Do you read food labels? Do you just collect food items from food shelfs and throw them in your basket or cart without reading the label?
During one school protest in one popular tertiary instituion in Nigeria, something remarkable happend.
It is funny, but it is also a lesson to everyone who does not bother to read food labels.
Boys had stormed the street, protesting against lack of water in their hostel.
The intention was to force the school authorities to do something.
Unfortunately, such protests often come as an opportunity to some persons to engage in looting of shops and some other places. This day was not different.
One shop close to the school hostel was open when some students got there.
Some entered and began to pick different things, shouting ‘Aluta’.
One of the young men who has not had breakfast found a shelf with can foods.
He took one, opened it and began to eat.
He had passed the middle of the can when another protester drew his attention to what was on the food label on the can.
‘Food For Bingo’, the bold inscription read.
The vomiting and screaming that followed was something you do not want to imagine.
If he had spent few minutes to read the label, he would have seen it.
Your case may be different because you look at shelfs label before you pick things from them.
However, not reading labels helps you exceed your calories intake per day and leads you on the path of an unhealthy life.
Why Read Labels?
Not reading food labels could help you gain weight unapologetically, but if that is not your desire, why go through that?
Knowing the contents of the food you want to eat and understanding what the writings in the label means are necessary for your health.
We have put together here label-reading skills that will help you make it easier for you to use the Nutrition Facts labels on food items.
Also, this will help you make quick, informed food decisions about a healthy diet.
Food Label Overview
A food label is divided into different sections, depending on the product.
But in all, they contain specific information about the product.
At the topmost part is usually the serving information.
After that, the calorie information and then the nutrition fact which starts from where you find % Daily Value (DV).
However, we have noticed that some food labels are so tiny that most people can’t read them. It is one way to discourage people from reading them.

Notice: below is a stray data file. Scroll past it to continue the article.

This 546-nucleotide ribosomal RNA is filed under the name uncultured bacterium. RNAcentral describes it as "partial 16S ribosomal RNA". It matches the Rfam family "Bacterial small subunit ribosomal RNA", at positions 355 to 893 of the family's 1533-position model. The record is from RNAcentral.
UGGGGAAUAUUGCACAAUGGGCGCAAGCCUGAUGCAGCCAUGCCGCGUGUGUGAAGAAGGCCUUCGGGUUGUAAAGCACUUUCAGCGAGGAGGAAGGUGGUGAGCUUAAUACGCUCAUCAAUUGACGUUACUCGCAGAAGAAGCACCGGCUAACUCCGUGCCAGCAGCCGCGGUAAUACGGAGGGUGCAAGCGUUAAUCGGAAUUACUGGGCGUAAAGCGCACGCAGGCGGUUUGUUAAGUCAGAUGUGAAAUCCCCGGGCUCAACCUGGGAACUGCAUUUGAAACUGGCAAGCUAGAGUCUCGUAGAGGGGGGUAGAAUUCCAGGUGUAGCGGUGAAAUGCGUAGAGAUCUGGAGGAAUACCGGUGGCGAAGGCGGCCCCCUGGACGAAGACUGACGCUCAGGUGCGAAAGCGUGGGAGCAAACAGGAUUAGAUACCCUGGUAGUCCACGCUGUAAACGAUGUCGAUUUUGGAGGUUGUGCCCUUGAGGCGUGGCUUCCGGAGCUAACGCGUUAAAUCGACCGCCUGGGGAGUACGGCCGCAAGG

In such situations, quickly bring out your phone and use the magnifier app, which you should have. Download one from your device’s store if you don’t have it. This is about your health.
1. The Serving Information
This is the information on which many other things hang.
The calorie, nutritional value are all worked out as regards the serving size.
It is often written in cups then grams (g) in bracket so that you will easily understand it.
However, it is important to know that this serving size is not a recommendation of the quantity you should drink or eat. It just tells you what is in a certain quantity.
Calories are a unique way of expressing the measure of energy you get from a serving of the food.
In the featured image, there are 150 calories in one serving (1/2 cup) of the food item.
If you decide to eat 6 serving of the food item, that will be 3 cups and that will be 150×6 = 900 calories.
Furthermore, it is great to know the calories you consume because your body needs a certain amount of calories daily.
Staying within your calories need helps you maintain a healthy weight. But exceeding it means your have more than needed and that excess will store up as fat.
Basically, Your calorie needs may be higher or lower. It varies, depending on your age, sex, height, weight, and physical activity level.
3. Nutrients Indicated On Food Label
The next part of the food label which you should look at is the nutrients section.
This section of the food label shows you some key nutrients that impact your health.
One benefit of reading this label is that it helps you know if the food would be okay, comparing the figures with your personal dietary needs.
The ideas is to buy foods that contain more of the nutrients you want to get more of and less of the nutrients you may want to limit.
This way, your food helps you stay healthy.
Here are nutrients to get less of
Saturated Fat, Sodium, and Added Sugars. Look out for how much of these the food item has.
Experts recommend that when the DV exceeds 20% it is high and when it is 5% or less, it is low.
As an adult, depending on your dietary needs, you should focus on foods that are high in Dietary Fiber, Vitamin D, Calcium, Iron, and Potassium.
4. % Daily Value In Food Label
Again, this is another section of the food label that tells you the amount of nutrient the food contributes to your health.
Every adult has a required daily value for each nutrient. For instance, the World Health Organization recommends that the daily salt intake an adult needs should be less than 5 g (just under a teaspoon) of salt per day (1).
People Also Read: Salt And Weight Gain: See Why You Should Watch It
Other agencies even recommend 1.5 grams of salt and that is about ¼ of a teaspoon per day.
Knowing how much of the nutrients in a food product you need per day mag be a little difficult since you may need to check every item in the food label in line with recommended daily need.
For easy decision while standing in front of a food shelf or in the market, the General Guide to %DV is that 5% DV or less of a nutrient per serving is considered low.
On the other hand, 20% DV or more of a nutrient per serving is considered high
We recommend that, more often, you should choose foods that are:
Higher in %DV for Dietary Fiber, Vitamin D, Calcium, Iron, and Potassium
Lower in %DV for Saturated Fat, Sodium, and Added Sugars. (2).
If you find this helpful, kindly share with your friends and loved ones to help them know how to read food labels.